444. Carex concinnoides Mackenzie, Bull. Torrey Bot. Club. 33: 440. 1906.
Plants loosely cespitose, long-rhizomatous. Culms 14–37 cm. Leaves: basal sheaths dark reddish brown; blades mostly basal, pale green, shorter than culms, thick, 1.7–4.5 mm wide. Inflorescences: peduncles of proximal spikes short; peduncles of terminal staminate spikes 1.5–3(–10) mm; proximal bracts short-sheathing; pistillate spikes 1–3, emerging from cauline nodes, aggregated, ascending, ovoid to short-cylindric; staminate spikes 8–22 × 1.8–3.1 mm. Scales: pistillate scales dark reddish brown, ovate to obovate, apex obtuse to acute, minutely ciliate; staminate scales dark reddish to purplish brown, ovate to obovate, margins white, apex acute, scarious. Anthers 1.9–3.1 mm. Perigynia ellipsoid to obovoid, 2.5–3 × 1.4–1.7 mm, base tapering, pubescent with straight white hairs; beak 0.5 mm. Stigmas 4, erect or convolute, thick, weakly papillose. Achenes obovoid, 1.9–2.5 × 1.3–1.6 mm.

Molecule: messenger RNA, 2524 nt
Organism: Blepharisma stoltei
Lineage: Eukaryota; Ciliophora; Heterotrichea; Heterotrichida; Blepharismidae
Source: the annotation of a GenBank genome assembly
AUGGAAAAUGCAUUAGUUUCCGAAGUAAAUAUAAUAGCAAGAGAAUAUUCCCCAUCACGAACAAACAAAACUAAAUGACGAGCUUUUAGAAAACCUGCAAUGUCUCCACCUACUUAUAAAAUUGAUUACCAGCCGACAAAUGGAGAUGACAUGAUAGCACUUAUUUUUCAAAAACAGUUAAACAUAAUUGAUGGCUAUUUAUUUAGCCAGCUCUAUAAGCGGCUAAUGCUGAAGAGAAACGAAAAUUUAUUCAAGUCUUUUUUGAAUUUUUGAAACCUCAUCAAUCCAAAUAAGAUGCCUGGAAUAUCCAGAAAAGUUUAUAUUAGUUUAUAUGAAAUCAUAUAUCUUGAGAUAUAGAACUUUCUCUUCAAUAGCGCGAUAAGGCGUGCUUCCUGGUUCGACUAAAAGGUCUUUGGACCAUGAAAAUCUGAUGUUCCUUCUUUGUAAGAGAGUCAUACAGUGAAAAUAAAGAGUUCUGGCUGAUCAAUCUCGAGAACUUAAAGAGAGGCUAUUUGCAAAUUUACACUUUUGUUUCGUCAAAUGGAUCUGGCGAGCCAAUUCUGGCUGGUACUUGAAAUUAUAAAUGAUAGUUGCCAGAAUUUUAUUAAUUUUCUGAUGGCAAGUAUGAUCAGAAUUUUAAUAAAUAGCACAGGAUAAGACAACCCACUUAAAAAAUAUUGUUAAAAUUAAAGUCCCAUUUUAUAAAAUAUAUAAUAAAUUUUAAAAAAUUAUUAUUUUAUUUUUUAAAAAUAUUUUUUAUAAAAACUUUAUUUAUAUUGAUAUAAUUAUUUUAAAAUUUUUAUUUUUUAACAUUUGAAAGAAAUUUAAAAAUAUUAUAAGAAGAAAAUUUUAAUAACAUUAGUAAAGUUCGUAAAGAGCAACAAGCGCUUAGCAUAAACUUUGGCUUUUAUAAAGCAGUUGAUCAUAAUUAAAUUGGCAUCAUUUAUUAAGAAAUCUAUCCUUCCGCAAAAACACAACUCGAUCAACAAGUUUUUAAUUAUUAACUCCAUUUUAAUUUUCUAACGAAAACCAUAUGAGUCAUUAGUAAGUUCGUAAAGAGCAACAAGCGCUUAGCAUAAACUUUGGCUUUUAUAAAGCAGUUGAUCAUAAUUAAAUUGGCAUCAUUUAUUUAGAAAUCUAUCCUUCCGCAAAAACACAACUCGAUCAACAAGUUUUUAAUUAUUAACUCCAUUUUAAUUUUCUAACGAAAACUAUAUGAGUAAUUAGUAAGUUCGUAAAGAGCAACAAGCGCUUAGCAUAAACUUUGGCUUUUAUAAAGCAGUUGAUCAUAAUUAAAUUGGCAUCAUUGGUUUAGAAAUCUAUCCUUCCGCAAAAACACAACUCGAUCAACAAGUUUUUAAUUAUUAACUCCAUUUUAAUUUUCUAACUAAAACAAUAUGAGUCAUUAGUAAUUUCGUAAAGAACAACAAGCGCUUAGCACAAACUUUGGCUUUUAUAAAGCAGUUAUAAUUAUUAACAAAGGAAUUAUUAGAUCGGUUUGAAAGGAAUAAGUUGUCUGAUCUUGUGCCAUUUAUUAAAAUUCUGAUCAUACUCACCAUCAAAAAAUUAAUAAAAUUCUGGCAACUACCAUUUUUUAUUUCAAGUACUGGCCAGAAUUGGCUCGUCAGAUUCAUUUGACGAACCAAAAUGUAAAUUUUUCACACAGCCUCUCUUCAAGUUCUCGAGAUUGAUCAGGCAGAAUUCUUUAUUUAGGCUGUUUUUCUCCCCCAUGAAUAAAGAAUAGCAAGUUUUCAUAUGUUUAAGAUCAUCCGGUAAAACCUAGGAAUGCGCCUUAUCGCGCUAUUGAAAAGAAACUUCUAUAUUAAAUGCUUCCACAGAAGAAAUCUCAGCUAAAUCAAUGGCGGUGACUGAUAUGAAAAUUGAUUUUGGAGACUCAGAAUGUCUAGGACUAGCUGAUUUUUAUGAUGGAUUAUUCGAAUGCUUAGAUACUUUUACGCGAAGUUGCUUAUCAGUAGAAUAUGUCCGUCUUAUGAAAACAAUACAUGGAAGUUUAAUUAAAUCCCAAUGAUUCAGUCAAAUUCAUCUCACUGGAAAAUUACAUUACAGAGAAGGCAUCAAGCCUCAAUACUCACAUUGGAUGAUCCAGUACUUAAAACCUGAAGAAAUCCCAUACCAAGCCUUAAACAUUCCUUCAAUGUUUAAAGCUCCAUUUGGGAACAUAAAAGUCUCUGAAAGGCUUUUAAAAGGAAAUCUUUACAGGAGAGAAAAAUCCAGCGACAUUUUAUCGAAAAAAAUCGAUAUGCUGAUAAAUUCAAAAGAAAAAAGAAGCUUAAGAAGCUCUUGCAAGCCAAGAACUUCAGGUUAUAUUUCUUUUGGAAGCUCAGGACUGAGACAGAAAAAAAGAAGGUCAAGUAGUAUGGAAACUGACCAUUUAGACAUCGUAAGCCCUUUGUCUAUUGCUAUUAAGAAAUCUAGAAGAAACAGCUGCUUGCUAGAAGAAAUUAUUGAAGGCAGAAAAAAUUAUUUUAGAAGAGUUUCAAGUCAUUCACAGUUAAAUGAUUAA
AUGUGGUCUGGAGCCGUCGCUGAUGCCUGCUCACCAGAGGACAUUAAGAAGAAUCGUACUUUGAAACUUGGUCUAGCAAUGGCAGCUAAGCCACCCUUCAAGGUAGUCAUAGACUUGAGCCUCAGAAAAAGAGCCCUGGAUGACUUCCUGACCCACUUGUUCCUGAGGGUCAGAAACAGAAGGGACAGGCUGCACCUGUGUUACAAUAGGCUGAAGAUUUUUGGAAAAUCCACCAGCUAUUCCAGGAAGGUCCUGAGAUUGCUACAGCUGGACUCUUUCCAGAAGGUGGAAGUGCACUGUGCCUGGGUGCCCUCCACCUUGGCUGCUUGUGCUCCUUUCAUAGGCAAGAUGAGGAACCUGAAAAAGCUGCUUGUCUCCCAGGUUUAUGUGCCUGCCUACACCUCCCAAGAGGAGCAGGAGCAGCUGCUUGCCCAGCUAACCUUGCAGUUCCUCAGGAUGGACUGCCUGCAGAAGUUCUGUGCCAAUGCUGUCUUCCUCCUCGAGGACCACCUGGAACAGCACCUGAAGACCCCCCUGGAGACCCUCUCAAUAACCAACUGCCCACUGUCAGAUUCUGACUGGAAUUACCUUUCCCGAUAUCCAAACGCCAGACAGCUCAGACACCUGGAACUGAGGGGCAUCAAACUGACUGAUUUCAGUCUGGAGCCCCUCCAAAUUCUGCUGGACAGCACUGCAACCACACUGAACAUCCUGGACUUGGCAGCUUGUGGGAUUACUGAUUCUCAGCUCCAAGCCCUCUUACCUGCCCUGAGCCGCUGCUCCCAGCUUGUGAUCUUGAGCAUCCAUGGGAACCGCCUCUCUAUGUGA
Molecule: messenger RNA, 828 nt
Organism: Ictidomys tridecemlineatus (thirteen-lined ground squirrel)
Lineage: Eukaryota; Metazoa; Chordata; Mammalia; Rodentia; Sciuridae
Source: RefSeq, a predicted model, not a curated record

Fruiting spring–summer (late Apr–late Jul). Moist to dry, open pine, spruce, Douglas-fir, and aspen woods, often on slopes; 60–2100 m; Alta., B.C.; Calif., Idaho, Mont., Oreg., Wash.
Carex cocinnoides is the only North American sedge with four stigmas per pistil. It is most similar to C. richardsonii; differs in its more closely aggregated, short-pedunculate pistillate spikes with very short-sheathing bracts. These close relatives are sympatric only at the northern and eastern edge of the range of C. concinnoides.